I’m not a fan of generic frames (it’s just a personal preference) so I’m going to stick with mainstream brands. There are plenty of generic offerings out there if you’re going for maximum spec for your money. For a good carbon frame at this price point you’re unfortunately going to have “make do” with lower spec components than you might wish for e.g. 105 and Tiagra. The good news is that both of those gruppos work extremely well and are no real sacrifice. They’ll do a great job for a long time and as you upgrade over time or as budget allows, the weight will drop a little by little too – if you care about such things.
Canyon Ultimate CF 8.0
Not a generic frame by any means but those German price point direct sellers offering incredible value for money. The cheaper Ultimate CF (versus the new SLX) is slightly heavier but reputedly still a great ride. Again the disadvantage is ordering from a German company and having it shipped to your house in a box. There is a UK customer service centre though. The Ultimate CF 8.0 with an Athena groupset and Mavic Ksyrium Elite wheels for just over £1600 is fantastic value for money.
Trek Madone 3.1 or 3.5
I believe Trek are having a renaissance and building better bikes than they ever have. In 2012 the Madone 3 series won rave reviews here in the UK and the people I know who own them have also been incredibly positive. The Madone in the H2 geometry is in my opinion a sensible geometry for non-racers. The frames are reputedly very smooth and comfortable and eminently upgradeable. Don’t be put off by the Trek name.
Trek Domane 4.0 or 4.3
Another fascinating bike from Trek (like the new 7 series Madone) is the new Domane which aims to combine comfort and speed in a package that will make it a success in the spring classics. For poor quality British roads it could be very compelling indeed. We’re only seeing early reviews yet – but if you want to ride fast comfortably over long distance and rough roads, the Domane is probably worth checking out. I’ve not seen any reviews of the lower priced 4 series models yet but some interesting thoughts can be found below:
Oh and here’s a gladiator style soundtracked video of Spartacus himself introducing the new bike:
Scott CR1 Comp or Pro on close out
Scott have always focused on light and highly engineered carbon bikes. The CR1 is a slightly sportier geometry that’s still fast, stiff and comfortable. These are popular bikes that review and sell well. They also offer good deals in the close outs and my favourite model the CR1 Pro was being found at hefty discounts online. If this bike interests you, then the CR1 Elite, Team and Comp are also all worth some googling to see what kind of deals you can find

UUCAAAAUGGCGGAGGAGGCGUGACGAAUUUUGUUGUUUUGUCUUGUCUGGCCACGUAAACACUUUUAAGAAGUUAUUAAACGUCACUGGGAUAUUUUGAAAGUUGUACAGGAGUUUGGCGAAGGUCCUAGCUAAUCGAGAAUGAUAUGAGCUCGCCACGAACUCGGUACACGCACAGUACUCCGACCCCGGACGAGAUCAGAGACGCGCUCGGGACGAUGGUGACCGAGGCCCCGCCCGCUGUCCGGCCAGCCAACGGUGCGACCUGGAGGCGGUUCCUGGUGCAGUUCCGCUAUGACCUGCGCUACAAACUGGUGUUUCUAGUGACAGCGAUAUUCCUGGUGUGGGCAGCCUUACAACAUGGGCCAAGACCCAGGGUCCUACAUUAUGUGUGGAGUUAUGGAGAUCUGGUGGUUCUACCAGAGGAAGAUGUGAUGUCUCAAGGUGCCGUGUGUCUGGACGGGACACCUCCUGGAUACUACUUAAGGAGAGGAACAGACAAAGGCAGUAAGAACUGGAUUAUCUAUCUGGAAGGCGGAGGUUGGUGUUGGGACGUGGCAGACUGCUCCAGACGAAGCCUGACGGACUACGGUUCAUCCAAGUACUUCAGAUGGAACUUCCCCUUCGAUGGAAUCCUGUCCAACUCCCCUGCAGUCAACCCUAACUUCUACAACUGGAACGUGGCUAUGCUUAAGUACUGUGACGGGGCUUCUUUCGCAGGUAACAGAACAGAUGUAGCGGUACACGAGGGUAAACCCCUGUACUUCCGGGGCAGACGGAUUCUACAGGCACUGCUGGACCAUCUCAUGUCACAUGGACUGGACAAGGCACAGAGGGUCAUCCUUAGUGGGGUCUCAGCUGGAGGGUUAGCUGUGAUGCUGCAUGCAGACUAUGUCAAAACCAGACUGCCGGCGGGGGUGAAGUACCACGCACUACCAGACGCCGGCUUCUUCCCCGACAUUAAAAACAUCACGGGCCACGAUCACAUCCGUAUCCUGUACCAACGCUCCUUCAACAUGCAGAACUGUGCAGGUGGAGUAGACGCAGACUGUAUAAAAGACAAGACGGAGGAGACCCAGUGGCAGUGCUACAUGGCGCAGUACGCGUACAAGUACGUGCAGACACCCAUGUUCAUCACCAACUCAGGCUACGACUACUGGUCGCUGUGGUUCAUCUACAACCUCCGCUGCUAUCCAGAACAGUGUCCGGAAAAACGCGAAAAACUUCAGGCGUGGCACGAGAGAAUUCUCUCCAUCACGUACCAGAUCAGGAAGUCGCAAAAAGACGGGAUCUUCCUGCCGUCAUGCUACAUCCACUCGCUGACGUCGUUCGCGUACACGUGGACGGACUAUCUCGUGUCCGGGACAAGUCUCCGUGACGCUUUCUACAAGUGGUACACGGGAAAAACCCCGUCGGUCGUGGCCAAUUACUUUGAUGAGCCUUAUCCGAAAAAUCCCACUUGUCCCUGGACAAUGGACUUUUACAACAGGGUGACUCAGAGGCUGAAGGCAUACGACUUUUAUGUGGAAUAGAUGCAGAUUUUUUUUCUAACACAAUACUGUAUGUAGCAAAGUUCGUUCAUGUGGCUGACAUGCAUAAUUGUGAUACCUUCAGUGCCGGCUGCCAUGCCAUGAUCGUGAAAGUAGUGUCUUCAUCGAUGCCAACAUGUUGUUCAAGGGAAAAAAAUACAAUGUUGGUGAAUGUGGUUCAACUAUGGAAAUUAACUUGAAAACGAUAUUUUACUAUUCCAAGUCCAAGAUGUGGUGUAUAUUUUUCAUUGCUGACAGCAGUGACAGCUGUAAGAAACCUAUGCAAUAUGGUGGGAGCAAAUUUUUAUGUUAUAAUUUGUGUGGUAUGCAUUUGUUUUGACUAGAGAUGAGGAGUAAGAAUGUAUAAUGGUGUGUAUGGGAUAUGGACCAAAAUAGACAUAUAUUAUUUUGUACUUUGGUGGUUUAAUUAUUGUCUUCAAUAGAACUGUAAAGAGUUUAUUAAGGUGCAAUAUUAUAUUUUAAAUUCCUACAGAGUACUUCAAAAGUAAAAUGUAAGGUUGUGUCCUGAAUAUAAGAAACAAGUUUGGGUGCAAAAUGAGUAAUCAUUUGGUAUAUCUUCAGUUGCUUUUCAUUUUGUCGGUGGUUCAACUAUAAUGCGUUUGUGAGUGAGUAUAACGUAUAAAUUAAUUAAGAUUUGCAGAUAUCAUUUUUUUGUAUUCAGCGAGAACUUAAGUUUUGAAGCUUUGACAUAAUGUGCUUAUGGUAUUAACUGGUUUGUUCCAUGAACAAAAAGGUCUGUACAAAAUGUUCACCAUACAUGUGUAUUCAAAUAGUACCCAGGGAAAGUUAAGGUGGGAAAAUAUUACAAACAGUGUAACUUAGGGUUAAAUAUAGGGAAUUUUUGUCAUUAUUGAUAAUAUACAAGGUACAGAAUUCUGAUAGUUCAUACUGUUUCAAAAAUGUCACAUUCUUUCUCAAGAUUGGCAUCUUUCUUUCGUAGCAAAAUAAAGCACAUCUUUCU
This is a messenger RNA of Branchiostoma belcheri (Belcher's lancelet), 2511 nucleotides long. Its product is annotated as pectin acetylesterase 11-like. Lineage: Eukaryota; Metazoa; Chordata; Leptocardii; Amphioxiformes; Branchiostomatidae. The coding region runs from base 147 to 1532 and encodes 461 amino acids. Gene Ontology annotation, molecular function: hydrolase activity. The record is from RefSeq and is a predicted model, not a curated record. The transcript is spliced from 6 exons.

A titanium option: Van Nicholas Mistral Apex:
For circa £1500 you could also pursue a titanium option but at that price it’s got to be towards the entry level as titanium is not a cheap material. What you will get is the springy titanium ride feel on a frame that may last you for life. There are few retailers selling these bikes at attractive prices and again the frame is very upgradeable over time. From the Van Nicholas website it looks a bit like it’s on run out now for 2012 (only 2 sizes left). Here’s a glowing review:
More info: http://www.vannicholas.com/37/Mistral/bike.aspx
One final left field option- Cyclocross
One bike that’s stood out to me for the 2013 is the Cannondale CAADX Ultegra Disc. At £1500 with mudguard mounts for versatility, I think this is a genuinely interesting bike. Bikeradar agree and have already given it a 4.5 out of 5 star review. Ultegra’s a great groupset and I think discs are perfect on a ‘cross bike (but I’m not a purist). You could use this as a road bike or a cyclocross bike and I think it should do a good job of both.
It’s far from an exhaustive list, but hopefully it’s food for thought. There are plenty of good brands I’ve left out, partly for brevity, but partly because they didn’t “grab” me as much when I was doing the research.
Good luck with your search and please do let me know whatever bike it is you settle on.
Thanks for reading